When we awoke the next morning, Frans’ wife gave us coffee and rusks. While we were waiting for breakfast, Frans showed us round his store and told us the difficulties he had in making a living so far from the main road. Using donkeys and a small cart, he had to collect his stores from more than fifteen miles away, and as he had only a little capital it meant frequent journeys. I admired his courage in setting up a store so far from the main bulk of population where he would have stood a better chance of making a living, but this was where he had been born and he had come back to serve his people. He deserved success. We will never forget his hospitality.
It was late before we got away from kindly Frans and paddled on down the river. The going was hard and for the first time on the trip we spent most of the day lining the canoes down rapids. It was exhausting work and we blessed Frans and his wonderful meals. Frequently we would slip and come down hard on the jagged boulders. It was imperative to keep the canoes moving in the main stream and to do this we had to run alongside, jumping from rock to rock. At times we had to get into the water and follow the canoes down a bad set of rapids. Holding on grimly, we would edge our way down inch by inch, then hang onto the back and float the craft into the calm water, get in for a few minutes, then climb out at another set of bad rapids.
By four o’clock in the afternoon we had only covered about seven miles and a severe thunderstorm was building up in the south. Dark, black clouds were racing overhead and sheets of white lightning lit up the southern horizon. Thunder rolled and echoed about the valley. Nothing can be more frightening than a thunderstorm sweeping over the hills and into deep ironstone kloofs. I saw Fred looking apprehensively up at the skies and I wondered where we were going to find shelter. We had just corne through a frightful set of rapids, quite the worst I had ever experienced, and our nerves were on edge. I stumbled and fell into the water as another whiplash of thunder cracked viciously overhead.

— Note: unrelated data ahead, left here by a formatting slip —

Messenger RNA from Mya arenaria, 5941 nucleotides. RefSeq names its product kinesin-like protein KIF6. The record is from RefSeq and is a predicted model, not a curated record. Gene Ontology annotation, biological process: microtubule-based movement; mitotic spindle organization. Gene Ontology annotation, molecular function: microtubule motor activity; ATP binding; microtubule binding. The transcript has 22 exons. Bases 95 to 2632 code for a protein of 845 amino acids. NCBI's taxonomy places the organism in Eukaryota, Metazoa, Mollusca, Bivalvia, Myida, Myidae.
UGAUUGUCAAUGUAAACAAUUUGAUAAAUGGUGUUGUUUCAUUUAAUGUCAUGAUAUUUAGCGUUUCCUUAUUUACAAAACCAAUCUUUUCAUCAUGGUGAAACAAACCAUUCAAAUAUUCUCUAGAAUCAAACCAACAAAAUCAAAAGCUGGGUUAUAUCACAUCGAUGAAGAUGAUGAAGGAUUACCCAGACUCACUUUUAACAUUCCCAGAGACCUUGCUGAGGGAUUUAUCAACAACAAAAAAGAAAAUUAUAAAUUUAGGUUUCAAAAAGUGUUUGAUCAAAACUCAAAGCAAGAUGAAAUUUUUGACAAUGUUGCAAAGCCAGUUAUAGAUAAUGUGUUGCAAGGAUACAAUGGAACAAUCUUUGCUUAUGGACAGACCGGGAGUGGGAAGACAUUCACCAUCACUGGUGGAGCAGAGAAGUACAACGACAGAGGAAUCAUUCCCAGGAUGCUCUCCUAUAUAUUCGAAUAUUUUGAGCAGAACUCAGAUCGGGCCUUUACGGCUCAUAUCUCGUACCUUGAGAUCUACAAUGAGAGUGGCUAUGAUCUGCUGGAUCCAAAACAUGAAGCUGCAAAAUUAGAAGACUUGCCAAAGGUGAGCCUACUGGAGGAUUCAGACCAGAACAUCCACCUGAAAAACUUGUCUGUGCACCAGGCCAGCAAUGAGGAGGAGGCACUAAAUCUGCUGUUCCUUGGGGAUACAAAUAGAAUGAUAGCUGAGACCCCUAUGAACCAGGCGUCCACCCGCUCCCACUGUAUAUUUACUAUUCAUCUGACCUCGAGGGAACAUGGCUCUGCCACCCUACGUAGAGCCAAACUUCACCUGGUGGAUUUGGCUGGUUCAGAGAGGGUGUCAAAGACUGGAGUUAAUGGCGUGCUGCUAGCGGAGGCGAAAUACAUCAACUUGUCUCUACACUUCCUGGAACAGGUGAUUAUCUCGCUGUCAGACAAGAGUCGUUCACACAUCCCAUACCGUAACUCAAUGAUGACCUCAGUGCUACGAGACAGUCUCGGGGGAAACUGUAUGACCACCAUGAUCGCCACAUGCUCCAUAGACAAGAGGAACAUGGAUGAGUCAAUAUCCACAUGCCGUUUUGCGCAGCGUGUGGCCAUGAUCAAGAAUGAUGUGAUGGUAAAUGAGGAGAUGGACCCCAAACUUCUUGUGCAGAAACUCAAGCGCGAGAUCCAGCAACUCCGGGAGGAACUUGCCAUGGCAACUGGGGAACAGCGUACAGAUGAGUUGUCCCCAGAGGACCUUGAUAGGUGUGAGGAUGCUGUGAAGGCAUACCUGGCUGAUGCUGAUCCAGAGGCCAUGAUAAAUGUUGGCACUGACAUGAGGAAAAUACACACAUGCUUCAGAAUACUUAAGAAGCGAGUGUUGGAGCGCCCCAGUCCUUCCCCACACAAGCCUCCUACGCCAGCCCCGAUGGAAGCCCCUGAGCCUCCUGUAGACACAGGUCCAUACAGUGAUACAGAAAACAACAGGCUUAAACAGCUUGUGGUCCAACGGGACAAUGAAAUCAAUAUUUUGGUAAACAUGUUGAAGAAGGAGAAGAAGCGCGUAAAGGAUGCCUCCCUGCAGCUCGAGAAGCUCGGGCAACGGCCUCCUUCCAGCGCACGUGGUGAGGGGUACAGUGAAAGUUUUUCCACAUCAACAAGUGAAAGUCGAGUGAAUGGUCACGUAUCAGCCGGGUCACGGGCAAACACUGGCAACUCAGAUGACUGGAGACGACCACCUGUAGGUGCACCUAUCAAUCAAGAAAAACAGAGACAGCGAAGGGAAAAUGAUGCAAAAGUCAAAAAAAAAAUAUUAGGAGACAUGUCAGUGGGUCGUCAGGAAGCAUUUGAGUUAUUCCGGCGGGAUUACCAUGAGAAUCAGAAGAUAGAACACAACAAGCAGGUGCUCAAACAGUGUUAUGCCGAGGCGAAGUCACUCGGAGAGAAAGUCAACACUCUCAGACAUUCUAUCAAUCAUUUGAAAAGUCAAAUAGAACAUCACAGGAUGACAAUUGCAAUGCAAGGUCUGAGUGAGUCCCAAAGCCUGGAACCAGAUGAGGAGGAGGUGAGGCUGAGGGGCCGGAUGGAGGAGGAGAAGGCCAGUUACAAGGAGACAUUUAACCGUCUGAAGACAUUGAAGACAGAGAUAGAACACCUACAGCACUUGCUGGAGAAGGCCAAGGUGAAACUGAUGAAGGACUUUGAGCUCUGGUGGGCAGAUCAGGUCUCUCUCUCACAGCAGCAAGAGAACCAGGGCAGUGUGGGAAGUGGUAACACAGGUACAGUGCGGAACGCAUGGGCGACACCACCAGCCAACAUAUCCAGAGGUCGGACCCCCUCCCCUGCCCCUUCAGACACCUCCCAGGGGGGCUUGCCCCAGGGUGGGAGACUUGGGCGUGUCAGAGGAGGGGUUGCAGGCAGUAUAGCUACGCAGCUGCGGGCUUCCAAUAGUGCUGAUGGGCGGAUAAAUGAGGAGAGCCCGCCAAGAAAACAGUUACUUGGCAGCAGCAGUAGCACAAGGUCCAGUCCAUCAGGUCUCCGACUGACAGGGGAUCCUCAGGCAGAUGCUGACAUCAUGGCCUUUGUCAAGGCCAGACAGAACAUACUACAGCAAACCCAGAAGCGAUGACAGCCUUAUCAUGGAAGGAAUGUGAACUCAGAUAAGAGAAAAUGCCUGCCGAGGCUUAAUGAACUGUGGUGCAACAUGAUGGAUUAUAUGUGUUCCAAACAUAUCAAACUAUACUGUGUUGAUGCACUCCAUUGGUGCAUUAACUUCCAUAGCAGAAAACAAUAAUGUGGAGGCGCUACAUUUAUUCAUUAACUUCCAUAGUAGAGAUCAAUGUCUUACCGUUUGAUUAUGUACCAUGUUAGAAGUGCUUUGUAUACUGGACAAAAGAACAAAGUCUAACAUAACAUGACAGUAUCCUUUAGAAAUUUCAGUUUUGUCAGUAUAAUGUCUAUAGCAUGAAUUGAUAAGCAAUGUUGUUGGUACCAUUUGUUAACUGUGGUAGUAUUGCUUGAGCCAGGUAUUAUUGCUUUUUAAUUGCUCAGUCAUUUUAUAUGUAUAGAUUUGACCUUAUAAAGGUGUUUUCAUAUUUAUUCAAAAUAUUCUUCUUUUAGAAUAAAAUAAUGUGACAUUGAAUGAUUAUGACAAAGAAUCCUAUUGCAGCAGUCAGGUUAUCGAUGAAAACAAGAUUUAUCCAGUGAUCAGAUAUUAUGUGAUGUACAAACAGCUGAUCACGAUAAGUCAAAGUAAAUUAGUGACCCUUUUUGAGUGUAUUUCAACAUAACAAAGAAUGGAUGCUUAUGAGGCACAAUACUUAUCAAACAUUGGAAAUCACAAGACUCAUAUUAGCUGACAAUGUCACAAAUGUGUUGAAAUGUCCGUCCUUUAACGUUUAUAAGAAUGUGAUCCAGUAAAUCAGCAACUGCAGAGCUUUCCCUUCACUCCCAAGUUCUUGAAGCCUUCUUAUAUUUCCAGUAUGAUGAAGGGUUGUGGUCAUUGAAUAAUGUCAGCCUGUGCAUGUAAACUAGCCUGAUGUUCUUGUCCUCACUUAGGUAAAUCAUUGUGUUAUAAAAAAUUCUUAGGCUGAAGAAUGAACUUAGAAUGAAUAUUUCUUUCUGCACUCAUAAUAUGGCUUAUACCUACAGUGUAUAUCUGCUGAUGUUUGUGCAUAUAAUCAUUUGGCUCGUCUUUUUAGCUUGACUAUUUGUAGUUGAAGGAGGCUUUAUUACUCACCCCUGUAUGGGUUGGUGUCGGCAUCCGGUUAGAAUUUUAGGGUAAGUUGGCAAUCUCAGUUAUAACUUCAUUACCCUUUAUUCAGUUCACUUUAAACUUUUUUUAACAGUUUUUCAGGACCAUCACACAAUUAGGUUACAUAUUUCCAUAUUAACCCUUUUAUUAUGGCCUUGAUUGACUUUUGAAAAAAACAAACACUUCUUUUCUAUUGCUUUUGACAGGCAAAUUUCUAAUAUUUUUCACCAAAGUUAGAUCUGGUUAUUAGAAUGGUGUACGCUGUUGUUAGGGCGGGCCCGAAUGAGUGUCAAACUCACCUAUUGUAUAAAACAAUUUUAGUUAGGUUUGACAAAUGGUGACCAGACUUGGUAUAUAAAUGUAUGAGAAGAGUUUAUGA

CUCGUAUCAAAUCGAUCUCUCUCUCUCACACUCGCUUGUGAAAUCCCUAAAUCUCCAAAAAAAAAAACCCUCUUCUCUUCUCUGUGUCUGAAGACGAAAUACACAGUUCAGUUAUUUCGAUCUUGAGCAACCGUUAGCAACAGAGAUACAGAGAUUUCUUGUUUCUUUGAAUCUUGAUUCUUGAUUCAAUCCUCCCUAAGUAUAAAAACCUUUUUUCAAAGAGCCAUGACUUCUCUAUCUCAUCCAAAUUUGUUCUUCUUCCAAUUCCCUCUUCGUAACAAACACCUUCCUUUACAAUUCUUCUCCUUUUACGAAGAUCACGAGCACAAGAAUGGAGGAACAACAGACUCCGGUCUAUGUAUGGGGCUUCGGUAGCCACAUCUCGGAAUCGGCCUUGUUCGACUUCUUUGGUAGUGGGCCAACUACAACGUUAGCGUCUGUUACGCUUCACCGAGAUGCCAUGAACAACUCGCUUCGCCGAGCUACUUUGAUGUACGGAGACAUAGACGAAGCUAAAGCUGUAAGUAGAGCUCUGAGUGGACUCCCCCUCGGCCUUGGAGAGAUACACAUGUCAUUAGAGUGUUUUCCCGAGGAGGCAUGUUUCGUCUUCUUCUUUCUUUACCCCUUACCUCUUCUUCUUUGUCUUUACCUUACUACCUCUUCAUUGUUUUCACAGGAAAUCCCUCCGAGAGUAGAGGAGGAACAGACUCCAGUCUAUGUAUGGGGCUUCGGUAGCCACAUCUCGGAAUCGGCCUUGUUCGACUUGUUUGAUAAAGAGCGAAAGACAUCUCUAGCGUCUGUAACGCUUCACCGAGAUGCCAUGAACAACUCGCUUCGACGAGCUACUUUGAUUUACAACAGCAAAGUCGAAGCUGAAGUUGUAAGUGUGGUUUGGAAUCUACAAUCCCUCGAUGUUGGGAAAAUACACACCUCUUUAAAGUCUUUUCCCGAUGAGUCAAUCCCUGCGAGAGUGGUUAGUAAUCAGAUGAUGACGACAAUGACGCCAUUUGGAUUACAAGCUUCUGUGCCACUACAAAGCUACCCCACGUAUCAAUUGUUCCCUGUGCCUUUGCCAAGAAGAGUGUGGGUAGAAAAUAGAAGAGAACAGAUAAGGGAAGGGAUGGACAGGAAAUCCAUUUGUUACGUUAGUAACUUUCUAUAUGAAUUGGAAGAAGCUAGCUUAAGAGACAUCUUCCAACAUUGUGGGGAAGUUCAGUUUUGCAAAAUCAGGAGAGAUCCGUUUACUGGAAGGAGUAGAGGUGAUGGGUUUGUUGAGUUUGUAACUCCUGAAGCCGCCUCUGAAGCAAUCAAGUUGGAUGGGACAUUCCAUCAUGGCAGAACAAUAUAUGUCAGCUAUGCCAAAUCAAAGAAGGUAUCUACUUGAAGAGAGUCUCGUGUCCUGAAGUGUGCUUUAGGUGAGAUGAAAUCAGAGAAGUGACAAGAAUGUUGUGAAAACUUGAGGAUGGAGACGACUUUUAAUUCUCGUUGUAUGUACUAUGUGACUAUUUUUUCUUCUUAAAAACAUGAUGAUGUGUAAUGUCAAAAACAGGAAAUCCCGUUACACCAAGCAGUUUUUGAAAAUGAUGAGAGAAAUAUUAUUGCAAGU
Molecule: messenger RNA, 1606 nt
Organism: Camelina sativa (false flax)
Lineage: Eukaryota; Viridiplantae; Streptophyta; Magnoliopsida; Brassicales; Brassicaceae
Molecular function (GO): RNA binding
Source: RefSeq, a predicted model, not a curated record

Half carrying and half dragging the canoes, we ploughed our way through some shallows, then leapt in to paddle down a flat stretch. On the right hand bank I saw some Native children to whom I shouted, asking if there was a store nearby. They pointed to the top of a hill, “A school is there!” they shouted. Leaving Fred with the canoes, I made my way up to look for the African schoolmaster, and found him in his office, marking a pile of essays. Speaking in English I asked whether he could give us shelter for the night; this he very kindly agreed to do; then he took me to the schoolroom where he said we could make ourselves comfortable. It was dark when I got back to the river, to find Fred surrounded by a crowd of screaming children and a half crazed old Native who looked like the local witchdoctor.
The old man was dancing around, yelling at the top of his voice. The din was terrible, Fred had his hands over his ears and was pleading with them to keep quiet. After such an exhausting day, I knew that Fred’s nerves were in a bad way, and to be subjected to this onslaught was enough to turn anyone’s mind. My sudden arrival seemed to quieten the mob a little, so I took advantage of the lull and, swearing at the witch-doctor, told him to beat it. Then I turned and asked the children to help us carry the canoes to the schoolroom. “Thank God you came!” said Fred, with feeling. “If they’d gone on much longer I would have had to kill someone. My head felt as if it was splitting. I pleaded and begged them to keep quiet, but the old swine of a witchdoctor kept starting them off again. I don’t know what got into them.”